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I'm struggling with the following problem:

I have a range of numbers (i.e. ages from 5 to 95) and for every of those ages I have a probability (i.e. the probability that a given input has this age).

Let's take an example with ages = [10,11,12,13,14,15] probs = [0.01,0.15,0.68,0.12,0.02,0.02]

I can easily calculate the "expected" age by multiplying the number range with the probabilities.

exp_age = 12.05

However, I want a measure of uncertainty, i.e. the standard deviation of the possible ages.

One way to achieve it is to "construct" a number of 100 observations where for each age, the age occurs 100*its probability. In our above case, that would be 1*10,15*11,68*12,... I can than compute the standard deviation of those observations to get a measure for the uncertainty.

However, with many possible ages this can get quite slow and I am wondering whether there exists a direct numerical solution to my problem.

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  • $\begingroup$ Okay, I think I found a proper solution myself: calculate $z = (ages-age_{expected})^2$ then $stdev = \sqrt{\sum{probs * z}}$ $\endgroup$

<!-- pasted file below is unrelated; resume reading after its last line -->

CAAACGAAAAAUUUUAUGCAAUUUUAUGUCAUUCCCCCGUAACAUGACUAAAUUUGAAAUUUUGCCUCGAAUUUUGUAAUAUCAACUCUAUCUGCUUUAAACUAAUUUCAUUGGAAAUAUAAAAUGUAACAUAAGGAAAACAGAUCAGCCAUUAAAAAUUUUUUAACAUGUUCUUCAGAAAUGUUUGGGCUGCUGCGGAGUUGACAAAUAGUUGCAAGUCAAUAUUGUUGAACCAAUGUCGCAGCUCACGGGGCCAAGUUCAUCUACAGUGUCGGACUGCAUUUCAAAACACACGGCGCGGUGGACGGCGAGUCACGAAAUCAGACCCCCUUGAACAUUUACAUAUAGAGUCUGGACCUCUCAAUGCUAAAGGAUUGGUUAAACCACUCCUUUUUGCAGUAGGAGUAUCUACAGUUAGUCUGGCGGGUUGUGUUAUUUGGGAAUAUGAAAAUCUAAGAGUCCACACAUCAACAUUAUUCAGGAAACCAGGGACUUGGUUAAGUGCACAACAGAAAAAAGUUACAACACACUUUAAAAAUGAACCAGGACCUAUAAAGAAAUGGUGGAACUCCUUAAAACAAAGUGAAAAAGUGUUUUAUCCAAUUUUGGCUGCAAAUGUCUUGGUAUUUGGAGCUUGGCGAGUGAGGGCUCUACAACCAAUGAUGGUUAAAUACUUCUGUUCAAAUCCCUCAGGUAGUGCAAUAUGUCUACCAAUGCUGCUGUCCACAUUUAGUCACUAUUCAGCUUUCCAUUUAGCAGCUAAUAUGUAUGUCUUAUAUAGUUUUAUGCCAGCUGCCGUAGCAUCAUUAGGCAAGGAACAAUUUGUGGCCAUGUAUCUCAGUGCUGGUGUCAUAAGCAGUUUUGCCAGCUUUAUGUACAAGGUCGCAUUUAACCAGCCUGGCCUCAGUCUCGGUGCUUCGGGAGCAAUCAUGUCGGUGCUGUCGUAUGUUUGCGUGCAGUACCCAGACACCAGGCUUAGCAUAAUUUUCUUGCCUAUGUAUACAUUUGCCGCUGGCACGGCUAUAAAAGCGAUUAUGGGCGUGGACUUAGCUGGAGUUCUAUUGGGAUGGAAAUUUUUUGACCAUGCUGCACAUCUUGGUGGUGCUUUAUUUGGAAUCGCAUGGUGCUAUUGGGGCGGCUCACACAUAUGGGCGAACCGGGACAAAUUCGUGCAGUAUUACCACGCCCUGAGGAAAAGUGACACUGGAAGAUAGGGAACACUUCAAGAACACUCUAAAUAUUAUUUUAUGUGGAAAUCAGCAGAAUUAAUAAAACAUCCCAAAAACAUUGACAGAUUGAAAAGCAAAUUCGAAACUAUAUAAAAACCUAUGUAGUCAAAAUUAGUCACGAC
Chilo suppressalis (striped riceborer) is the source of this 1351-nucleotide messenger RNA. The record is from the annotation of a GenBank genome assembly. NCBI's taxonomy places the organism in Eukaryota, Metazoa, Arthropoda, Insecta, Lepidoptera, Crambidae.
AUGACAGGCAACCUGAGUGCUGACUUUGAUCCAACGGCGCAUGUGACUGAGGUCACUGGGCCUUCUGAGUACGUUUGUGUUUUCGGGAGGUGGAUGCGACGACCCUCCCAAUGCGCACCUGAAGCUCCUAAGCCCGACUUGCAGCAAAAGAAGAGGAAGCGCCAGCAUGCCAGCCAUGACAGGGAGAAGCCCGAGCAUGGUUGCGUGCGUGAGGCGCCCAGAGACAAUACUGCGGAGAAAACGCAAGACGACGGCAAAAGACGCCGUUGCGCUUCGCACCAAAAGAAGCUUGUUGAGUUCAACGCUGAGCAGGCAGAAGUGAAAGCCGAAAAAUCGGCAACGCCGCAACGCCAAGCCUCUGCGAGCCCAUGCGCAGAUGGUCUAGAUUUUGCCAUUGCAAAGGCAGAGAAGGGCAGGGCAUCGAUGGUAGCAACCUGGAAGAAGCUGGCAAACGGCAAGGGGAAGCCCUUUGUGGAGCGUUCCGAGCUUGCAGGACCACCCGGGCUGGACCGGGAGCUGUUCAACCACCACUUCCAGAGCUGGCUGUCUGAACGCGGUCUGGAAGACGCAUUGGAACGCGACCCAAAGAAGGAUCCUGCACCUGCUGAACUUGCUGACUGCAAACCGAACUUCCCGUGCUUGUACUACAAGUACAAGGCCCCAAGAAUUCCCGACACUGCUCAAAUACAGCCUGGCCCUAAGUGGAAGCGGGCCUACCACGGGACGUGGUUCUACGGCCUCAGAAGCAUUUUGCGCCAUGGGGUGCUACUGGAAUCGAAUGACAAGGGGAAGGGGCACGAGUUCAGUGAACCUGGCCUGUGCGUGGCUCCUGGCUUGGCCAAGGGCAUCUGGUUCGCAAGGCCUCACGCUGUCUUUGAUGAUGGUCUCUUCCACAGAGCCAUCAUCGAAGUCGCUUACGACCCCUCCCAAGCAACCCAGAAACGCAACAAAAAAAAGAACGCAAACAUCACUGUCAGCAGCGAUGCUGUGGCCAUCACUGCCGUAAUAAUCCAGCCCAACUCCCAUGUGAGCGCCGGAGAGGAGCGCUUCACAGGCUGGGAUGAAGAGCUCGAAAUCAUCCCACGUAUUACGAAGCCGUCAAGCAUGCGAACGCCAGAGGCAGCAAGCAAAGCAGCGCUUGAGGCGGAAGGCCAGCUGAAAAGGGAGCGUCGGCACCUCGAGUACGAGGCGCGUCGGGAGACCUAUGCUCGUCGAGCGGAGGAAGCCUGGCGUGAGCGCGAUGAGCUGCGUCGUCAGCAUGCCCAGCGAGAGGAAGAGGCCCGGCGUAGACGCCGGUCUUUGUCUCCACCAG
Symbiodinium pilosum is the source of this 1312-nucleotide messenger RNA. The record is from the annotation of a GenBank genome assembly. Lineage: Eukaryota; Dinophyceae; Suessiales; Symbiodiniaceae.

– Zahlii
    Feb 6, 2018 at 10:27
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    $\begingroup$ Yes, this is pretty much how the standard deviation is defined. If you think this answers your question, post it as an answer and accept it, so that others can easily find this information and the question is marked as resolved. $\endgroup$ Feb 6, 2018 at 11:40

1 Answer 1

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Okay, I think I found a prober solution myself:

First, calculate

$z = (ages-age_{expected})^2$

Then $stdev = \sqrt{\sum{probs * z}}$

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